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From George Washington to James Anderson, 29 January 1797

Mr Anderson, Philadelphia 29th Jan. 1797.

Your letter of the 25th instant with the Reports of the preceeding week came to hand by the mail of yesterday.

In Six weeks or thereabouts, if nothing unforeseen happens, I expect to be a resident at Mount Vernon; but lest something may cast up requiring the payment of ready money, I enclose you an order upon the Bank for Two hundred dollars. The general account therewith may be settled after my return, by which time Mr Smith’s note, at that place, will become due.

I expressed often, & in strong terms, to Mr Pearce, my wish that he would settle & pay all that was due from me; and either receive, or reduce to specialties, all that was owing to me; foreseeing what would happen if he did not. His bad health, I presume, prevented him from doing it—and therefore you must persevere in the mode you have adopted to bring them to an equitable close, which is all I require.

The ideas which are expressed in your letter, relative to my business, are generally, very agreeable to me; and it is my desire that you would, always, & without reserve, do the like, as I like to hear opinions, & am always open to conviction, when there is reason to enforce it. The Suggestions with respect to a change of the System at Dogue Run appears to me to be rational, and if any measures, necessary to carry it into effect, must be taken before I return, I do not object thereto: afterwards, I can converse with you on the Subject more fully, and on that of hedging & ditching also—than which, nothing, in that line, is more desirable.

Two causes have prevented me from turning my attention to orchards—viz.—frequent, and long absences from home, and the unfavourableness of the Soil on wch they have, hitherto, been attempted—particularly for apples. Notwithstanding these unsuccessful attempts, I consent readily, to your appropriating the ground by your house to Peaches; perhaps others also; upon proper investigation of circumstances.

I have always had an eye to some of the Inlets at Union farm for Meadow; but it has so happened, that work more pressing, or the want of a proper arrangement of it, has been the means of postponing it. Whenever it can be undertaken with propriety, my consent & wishes will accompany the measure.

If upon a thorough examination of the Seins, it should be thought advisable to provide a new one, I shall not object to it. but in this instance, as in all others, I recommend frugality & œconomy, for their is no adage more true, than that "a penny saved, is a penny got."

Mrs Washington approves of what you have done to the meat, in the Cellar, and trusts to your management of it until her arrival; as I shall do to your having Beef, Mutton &ca in good order, for my table, when I return. The disposition all the Beef cattle over that, under the circumstances you have described, ought to be disposed of, to save the consumption of corn; which should be husbanded as much as possible.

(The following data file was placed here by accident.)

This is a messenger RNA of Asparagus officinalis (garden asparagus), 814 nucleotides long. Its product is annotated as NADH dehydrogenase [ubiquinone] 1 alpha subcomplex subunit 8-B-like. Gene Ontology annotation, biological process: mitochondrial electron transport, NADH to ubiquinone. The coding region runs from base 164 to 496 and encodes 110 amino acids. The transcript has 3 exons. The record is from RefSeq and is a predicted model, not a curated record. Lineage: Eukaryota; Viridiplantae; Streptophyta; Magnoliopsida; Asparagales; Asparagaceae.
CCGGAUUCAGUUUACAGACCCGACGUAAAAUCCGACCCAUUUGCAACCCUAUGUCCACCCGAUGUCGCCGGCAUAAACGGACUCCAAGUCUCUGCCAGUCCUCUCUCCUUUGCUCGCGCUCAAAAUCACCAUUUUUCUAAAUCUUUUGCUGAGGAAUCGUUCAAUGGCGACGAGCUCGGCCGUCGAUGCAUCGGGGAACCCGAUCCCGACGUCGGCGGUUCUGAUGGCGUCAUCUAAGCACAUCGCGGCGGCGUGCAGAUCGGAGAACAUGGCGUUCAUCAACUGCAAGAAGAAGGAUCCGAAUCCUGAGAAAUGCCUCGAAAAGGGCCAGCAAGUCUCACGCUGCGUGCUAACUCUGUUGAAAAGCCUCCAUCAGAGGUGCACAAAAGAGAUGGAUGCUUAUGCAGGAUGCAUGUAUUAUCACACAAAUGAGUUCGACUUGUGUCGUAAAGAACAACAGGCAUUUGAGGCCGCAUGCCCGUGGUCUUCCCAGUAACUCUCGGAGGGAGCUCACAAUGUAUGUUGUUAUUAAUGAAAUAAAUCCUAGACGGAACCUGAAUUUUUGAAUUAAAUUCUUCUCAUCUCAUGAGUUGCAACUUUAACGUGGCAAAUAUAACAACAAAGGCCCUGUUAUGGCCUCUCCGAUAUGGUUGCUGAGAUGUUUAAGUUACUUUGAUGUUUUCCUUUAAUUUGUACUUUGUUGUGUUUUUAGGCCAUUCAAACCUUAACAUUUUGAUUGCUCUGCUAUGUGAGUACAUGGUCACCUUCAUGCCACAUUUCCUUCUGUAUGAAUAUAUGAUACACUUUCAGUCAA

By the next Post I will myself write to Mr Gough to let me know whether he can spare me some of his best breed of Horned Cattle, & on what terms; and you shall be informed of the result; as also whether he has any good Rams to dispose of. His sheep are, I believe, of the broad tail kind, better it is said for Mutton than for their Wool.

I would, by all means, have proper scantling provided for a Wheat Machine, but not put together until the improvemts on the sort now in use, is better understood than at present; and then to pay a workman who thoroughly understands the business rather then to attempt doing it myself, imperfectly.

The Mill race wants much to be cleaned out, & widened; It wants a waste also at Pools run to prevent the frequent breaches in it by heavy rains; but the Mill will never be regularly supplied with water (especially in the Summer Season) until the new part of it is completed; and radical repairs given to some parts below the run just mentd.

If feeding the Deer will not divert them from their mischievous tricks, they must, after I come home, be killed—unless the fear of hounds would keep them at a distance.

If after the ground is uncovered, you should find that the Wheat & clover is left bare at Root; I hope you will apply the Rollers to them, when the ground is in a proper state to receive them. Colo. Deakins of George Town, has given me reason to expect ten or a dozen bushels of Oats (for Seed) from the Glades beyond the Alligany Mountains, of a quality, it is said, inferior to none in the world. I do not much depend upon them; but it may not be amiss, notwithstanding, to enquire after them before seed time.

I am unlucky in the loss of Mules; not less than five or Six within two, or at most three years, have died by violent means.

The Potatoes & Turnips necessary for your own Table, you are very welcome to, without charging yourself with them. I am Your friend

Go: Washington


DLC: Papers of George Washington.

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